The IRS announced yesterday the new Form 1023-EZ is available for filing. This form allows smaller nonprofits to apply for 501(c)(3) status online by completing a three page form versus the 26 pages contained in the full Form 1023. Most organizations with gross receipts of $50,000 or less and assets of $250,000 or less are eligible to use the short form.
There has been a lot of press recently concerning the extended wait time nonprofits are experiencing prior to receiving their approval of tax-exempt status. The 1023-EZ will allow for faster processing and free-up IRS resources in a push to reduce the backlog of applications, which is currently at more than 60,000.
Small nonprofits will be required to complete an eligibility checklist prior to completing the 1023-EZ. In addition, a $400 user fee is due upon submission of the form.
I recently attended a webinar, put on by the Council on Foundations, specific to the proposed legislation surrounding supporting organizations and donor advised funds. The overriding theme was the proposed legislation is driven from a desire to simplify the tax code. The moderator of the session, Sue Santa (Senior VP for Public Policy and Legal Affairs), explained that Washington has skepticism and an overall misunderstanding of the sector.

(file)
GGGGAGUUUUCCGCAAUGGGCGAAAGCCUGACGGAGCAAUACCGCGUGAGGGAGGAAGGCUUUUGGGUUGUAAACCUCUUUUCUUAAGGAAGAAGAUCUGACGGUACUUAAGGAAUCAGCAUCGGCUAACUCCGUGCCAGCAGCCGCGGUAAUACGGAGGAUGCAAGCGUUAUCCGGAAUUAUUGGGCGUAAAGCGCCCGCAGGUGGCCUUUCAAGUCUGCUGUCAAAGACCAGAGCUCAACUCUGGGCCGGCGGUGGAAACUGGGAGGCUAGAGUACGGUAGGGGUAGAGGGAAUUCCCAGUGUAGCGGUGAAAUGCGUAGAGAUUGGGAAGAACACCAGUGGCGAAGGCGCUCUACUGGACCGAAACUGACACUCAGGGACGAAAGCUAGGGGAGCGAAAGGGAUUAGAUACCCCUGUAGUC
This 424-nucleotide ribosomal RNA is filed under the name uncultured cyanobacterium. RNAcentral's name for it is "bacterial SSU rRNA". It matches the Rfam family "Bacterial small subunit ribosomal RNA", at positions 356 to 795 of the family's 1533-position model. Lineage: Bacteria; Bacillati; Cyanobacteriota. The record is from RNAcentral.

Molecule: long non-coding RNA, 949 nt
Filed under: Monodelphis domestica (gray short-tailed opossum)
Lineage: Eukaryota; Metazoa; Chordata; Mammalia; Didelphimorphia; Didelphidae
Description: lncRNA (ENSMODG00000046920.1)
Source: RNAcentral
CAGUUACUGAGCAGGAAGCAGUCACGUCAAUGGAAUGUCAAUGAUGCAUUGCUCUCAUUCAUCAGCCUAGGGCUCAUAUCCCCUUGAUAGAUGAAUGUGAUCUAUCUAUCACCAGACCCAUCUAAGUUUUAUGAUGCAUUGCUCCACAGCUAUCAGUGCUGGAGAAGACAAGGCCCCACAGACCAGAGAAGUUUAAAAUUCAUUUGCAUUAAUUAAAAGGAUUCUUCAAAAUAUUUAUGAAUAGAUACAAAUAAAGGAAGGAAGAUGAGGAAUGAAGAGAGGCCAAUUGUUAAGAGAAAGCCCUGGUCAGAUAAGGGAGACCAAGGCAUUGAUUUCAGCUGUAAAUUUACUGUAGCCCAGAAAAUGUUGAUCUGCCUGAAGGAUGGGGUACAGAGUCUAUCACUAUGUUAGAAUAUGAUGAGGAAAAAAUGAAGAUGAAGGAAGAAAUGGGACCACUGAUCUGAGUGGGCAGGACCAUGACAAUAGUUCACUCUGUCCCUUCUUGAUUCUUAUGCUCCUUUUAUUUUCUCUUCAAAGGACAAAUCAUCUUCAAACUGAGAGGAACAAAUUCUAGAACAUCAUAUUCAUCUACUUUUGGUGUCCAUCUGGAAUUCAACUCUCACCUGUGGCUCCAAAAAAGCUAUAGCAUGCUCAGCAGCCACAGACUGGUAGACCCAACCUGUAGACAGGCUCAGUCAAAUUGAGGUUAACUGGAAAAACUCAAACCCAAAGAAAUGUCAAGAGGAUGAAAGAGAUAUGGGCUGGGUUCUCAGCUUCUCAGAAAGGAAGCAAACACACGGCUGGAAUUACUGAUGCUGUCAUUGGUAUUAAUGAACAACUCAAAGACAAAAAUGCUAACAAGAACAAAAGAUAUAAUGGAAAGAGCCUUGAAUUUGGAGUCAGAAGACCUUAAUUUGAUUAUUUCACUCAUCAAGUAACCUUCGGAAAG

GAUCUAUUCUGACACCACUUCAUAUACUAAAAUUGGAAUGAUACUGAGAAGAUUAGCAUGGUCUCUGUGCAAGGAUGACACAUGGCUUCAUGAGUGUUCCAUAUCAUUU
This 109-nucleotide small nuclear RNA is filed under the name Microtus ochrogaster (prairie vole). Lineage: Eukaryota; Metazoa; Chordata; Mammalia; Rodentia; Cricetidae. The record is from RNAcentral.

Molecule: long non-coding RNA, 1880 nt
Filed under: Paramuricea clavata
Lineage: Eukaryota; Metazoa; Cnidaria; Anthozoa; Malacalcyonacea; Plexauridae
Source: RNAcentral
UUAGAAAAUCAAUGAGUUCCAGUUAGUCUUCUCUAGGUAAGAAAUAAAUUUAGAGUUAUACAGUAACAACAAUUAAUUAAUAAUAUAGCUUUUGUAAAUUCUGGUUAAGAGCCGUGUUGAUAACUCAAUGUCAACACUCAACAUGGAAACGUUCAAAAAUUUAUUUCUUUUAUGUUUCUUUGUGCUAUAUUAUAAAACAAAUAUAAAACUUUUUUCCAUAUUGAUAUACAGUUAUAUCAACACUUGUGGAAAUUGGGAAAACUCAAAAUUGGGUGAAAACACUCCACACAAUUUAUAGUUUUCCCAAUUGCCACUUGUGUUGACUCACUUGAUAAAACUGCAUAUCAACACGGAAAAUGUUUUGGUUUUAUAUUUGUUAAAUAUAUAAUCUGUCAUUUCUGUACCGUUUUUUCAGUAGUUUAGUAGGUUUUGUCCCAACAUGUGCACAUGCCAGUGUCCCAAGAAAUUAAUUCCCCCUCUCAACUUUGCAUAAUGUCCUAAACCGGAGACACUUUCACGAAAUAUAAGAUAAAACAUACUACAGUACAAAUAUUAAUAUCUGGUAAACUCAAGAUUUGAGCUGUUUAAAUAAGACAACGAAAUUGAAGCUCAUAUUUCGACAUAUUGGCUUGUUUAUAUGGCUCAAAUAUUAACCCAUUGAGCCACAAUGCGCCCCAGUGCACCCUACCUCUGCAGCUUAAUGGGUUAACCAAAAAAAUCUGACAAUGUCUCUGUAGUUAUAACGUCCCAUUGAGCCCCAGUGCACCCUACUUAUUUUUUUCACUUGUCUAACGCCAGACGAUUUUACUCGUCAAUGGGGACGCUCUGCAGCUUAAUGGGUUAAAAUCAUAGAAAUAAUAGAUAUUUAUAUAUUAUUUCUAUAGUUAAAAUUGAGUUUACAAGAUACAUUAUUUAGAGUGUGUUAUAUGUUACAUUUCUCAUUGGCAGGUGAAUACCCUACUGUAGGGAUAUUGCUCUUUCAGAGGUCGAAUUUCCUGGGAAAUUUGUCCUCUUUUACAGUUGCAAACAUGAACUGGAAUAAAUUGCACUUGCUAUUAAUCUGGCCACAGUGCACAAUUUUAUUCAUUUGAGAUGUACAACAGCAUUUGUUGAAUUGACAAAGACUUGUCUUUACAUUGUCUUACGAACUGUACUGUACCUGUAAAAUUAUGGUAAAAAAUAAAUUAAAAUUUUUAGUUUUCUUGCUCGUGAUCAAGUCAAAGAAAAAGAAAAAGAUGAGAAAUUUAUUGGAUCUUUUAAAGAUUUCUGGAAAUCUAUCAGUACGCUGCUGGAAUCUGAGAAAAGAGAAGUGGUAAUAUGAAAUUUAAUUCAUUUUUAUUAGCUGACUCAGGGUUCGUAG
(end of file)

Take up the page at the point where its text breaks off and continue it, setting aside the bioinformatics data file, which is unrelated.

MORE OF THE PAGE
The proposed legislation would repeal Type II and Type III supporting organizations. The Council is concerned that the repeal would reduce the flexibility of organizations and the attractiveness to donors. The Council is working in collaboration with other organizations and members to gather data showing the value provided by Type II and Type III supporting organizations.
Currently donor advised funds have no payout requirement. The proposed legislation would require all contributions into an account, plus income generated on the account, to be paid out within 5 years or face a 20% excise tax on the amount not paid out. The Council on Foundations stated this signals a distrust of endowed funds and is a position against deferred gifts. The Council is working to educate Congress on the value of donor advised funds as a unique giving vehicle that benefits communities for years to come.
The Council will provide tools and resources on their website for organizations and individuals to use to educate those in your community about the value these types of giving alternatives offer. Tools will include press-releases, letters, issues papers and talking points.